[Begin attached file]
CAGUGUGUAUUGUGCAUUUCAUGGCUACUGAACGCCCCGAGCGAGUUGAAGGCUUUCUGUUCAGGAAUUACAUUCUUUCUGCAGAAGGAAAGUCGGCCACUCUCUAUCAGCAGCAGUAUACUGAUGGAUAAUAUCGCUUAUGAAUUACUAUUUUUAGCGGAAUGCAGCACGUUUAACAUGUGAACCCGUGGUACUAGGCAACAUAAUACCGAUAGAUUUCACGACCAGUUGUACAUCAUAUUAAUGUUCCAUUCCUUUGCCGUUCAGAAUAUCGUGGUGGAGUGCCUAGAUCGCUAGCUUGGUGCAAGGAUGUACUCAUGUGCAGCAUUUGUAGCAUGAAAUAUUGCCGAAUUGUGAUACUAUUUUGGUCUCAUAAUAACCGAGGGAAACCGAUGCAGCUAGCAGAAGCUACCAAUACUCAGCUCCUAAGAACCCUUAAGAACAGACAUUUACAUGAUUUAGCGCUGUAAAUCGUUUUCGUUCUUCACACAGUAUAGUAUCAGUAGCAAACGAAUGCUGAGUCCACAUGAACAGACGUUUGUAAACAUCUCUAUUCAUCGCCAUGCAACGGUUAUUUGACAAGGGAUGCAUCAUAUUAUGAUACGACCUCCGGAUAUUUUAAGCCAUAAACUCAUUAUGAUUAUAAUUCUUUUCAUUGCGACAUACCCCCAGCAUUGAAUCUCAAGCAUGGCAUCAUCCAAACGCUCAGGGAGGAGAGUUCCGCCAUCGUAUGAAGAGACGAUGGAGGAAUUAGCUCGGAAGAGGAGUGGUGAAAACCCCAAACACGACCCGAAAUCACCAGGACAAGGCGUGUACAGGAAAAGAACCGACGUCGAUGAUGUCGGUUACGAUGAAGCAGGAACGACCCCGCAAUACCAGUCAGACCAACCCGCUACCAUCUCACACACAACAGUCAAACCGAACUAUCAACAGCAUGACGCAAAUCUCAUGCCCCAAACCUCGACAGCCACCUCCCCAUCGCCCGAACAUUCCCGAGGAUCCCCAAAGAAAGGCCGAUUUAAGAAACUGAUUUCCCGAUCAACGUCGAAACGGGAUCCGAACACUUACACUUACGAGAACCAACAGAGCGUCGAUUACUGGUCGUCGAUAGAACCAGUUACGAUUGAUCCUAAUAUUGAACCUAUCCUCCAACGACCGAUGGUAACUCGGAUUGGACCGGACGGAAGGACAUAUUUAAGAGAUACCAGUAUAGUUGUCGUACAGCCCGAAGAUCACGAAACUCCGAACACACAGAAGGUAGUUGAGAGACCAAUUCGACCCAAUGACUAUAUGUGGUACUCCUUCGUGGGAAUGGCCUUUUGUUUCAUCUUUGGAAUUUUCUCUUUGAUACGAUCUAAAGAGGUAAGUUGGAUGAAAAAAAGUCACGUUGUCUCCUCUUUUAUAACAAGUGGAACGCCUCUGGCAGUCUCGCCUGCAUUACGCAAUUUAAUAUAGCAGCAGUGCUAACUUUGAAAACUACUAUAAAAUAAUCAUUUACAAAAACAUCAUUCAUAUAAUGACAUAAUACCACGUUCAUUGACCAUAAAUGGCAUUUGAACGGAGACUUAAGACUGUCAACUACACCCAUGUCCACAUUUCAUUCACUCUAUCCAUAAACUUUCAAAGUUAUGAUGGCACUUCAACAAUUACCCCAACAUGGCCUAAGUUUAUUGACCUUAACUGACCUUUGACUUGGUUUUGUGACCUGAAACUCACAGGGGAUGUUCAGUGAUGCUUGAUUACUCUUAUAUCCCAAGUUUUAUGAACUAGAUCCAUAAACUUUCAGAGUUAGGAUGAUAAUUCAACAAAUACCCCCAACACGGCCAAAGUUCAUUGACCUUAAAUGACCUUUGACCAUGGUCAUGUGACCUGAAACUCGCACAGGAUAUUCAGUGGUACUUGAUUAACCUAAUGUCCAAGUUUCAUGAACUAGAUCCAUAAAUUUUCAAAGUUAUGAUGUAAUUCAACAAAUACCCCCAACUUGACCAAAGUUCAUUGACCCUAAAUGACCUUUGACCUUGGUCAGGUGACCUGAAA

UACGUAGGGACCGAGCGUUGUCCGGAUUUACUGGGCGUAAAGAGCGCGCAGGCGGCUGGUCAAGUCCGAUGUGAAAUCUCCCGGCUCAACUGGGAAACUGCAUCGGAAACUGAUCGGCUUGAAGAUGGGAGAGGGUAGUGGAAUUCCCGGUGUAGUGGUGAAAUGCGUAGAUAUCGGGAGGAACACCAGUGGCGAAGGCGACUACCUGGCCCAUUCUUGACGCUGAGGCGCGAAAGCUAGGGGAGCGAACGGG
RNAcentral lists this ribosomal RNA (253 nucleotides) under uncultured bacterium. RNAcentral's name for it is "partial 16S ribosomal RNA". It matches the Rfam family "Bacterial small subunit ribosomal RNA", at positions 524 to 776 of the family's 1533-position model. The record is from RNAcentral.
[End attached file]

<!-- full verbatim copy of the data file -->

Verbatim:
CAGUGUGUAUUGUGCAUUUCAUGGCUACUGAACGCCCCGAGCGAGUUGAAGGCUUUCUGUUCAGGAAUUACAUUCUUUCUGCAGAAGGAAAGUCGGCCACUCUCUAUCAGCAGCAGUAUACUGAUGGAUAAUAUCGCUUAUGAAUUACUAUUUUUAGCGGAAUGCAGCACGUUUAACAUGUGAACCCGUGGUACUAGGCAACAUAAUACCGAUAGAUUUCACGACCAGUUGUACAUCAUAUUAAUGUUCCAUUCCUUUGCCGUUCAGAAUAUCGUGGUGGAGUGCCUAGAUCGCUAGCUUGGUGCAAGGAUGUACUCAUGUGCAGCAUUUGUAGCAUGAAAUAUUGCCGAAUUGUGAUACUAUUUUGGUCUCAUAAUAACCGAGGGAAACCGAUGCAGCUAGCAGAAGCUACCAAUACUCAGCUCCUAAGAACCCUUAAGAACAGACAUUUACAUGAUUUAGCGCUGUAAAUCGUUUUCGUUCUUCACACAGUAUAGUAUCAGUAGCAAACGAAUGCUGAGUCCACAUGAACAGACGUUUGUAAACAUCUCUAUUCAUCGCCAUGCAACGGUUAUUUGACAAGGGAUGCAUCAUAUUAUGAUACGACCUCCGGAUAUUUUAAGCCAUAAACUCAUUAUGAUUAUAAUUCUUUUCAUUGCGACAUACCCCCAGCAUUGAAUCUCAAGCAUGGCAUCAUCCAAACGCUCAGGGAGGAGAGUUCCGCCAUCGUAUGAAGAGACGAUGGAGGAAUUAGCUCGGAAGAGGAGUGGUGAAAACCCCAAACACGACCCGAAAUCACCAGGACAAGGCGUGUACAGGAAAAGAACCGACGUCGAUGAUGUCGGUUACGAUGAAGCAGGAACGACCCCGCAAUACCAGUCAGACCAACCCGCUACCAUCUCACACACAACAGUCAAACCGAACUAUCAACAGCAUGACGCAAAUCUCAUGCCCCAAACCUCGACAGCCACCUCCCCAUCGCCCGAACAUUCCCGAGGAUCCCCAAAGAAAGGCCGAUUUAAGAAACUGAUUUCCCGAUCAACGUCGAAACGGGAUCCGAACACUUACACUUACGAGAACCAACAGAGCGUCGAUUACUGGUCGUCGAUAGAACCAGUUACGAUUGAUCCUAAUAUUGAACCUAUCCUCCAACGACCGAUGGUAACUCGGAUUGGACCGGACGGAAGGACAUAUUUAAGAGAUACCAGUAUAGUUGUCGUACAGCCCGAAGAUCACGAAACUCCGAACACACAGAAGGUAGUUGAGAGACCAAUUCGACCCAAUGACUAUAUGUGGUACUCCUUCGUGGGAAUGGCCUUUUGUUUCAUCUUUGGAAUUUUCUCUUUGAUACGAUCUAAAGAGGUAAGUUGGAUGAAAAAAAGUCACGUUGUCUCCUCUUUUAUAACAAGUGGAACGCCUCUGGCAGUCUCGCCUGCAUUACGCAAUUUAAUAUAGCAGCAGUGCUAACUUUGAAAACUACUAUAAAAUAAUCAUUUACAAAAACAUCAUUCAUAUAAUGACAUAAUACCACGUUCAUUGACCAUAAAUGGCAUUUGAACGGAGACUUAAGACUGUCAACUACACCCAUGUCCACAUUUCAUUCACUCUAUCCAUAAACUUUCAAAGUUAUGAUGGCACUUCAACAAUUACCCCAACAUGGCCUAAGUUUAUUGACCUUAACUGACCUUUGACUUGGUUUUGUGACCUGAAACUCACAGGGGAUGUUCAGUGAUGCUUGAUUACUCUUAUAUCCCAAGUUUUAUGAACUAGAUCCAUAAACUUUCAGAGUUAGGAUGAUAAUUCAACAAAUACCCCCAACACGGCCAAAGUUCAUUGACCUUAAAUGACCUUUGACCAUGGUCAUGUGACCUGAAACUCGCACAGGAUAUUCAGUGGUACUUGAUUAACCUAAUGUCCAAGUUUCAUGAACUAGAUCCAUAAAUUUUCAAAGUUAUGAUGUAAUUCAACAAAUACCCCCAACUUGACCAAAGUUCAUUGACCCUAAAUGACCUUUGACCUUGGUCAGGUGACCUGAAA

UACGUAGGGACCGAGCGUUGUCCGGAUUUACUGGGCGUAAAGAGCGCGCAGGCGGCUGGUCAAGUCCGAUGUGAAAUCUCCCGGCUCAACUGGGAAACUGCAUCGGAAACUGAUCGGCUUGAAGAUGGGAGAGGGUAGUGGAAUUCCCGGUGUAGUGGUGAAAUGCGUAGAUAUCGGGAGGAACACCAGUGGCGAAGGCGACUACCUGGCCCAUUCUUGACGCUGAGGCGCGAAAGCUAGGGGAGCGAACGGG
RNAcentral lists this ribosomal RNA (253 nucleotides) under uncultured bacterium. RNAcentral's name for it is "partial 16S ribosomal RNA". It matches the Rfam family "Bacterial small subunit ribosomal RNA", at positions 524 to 776 of the family's 1533-position model. The record is from RNAcentral.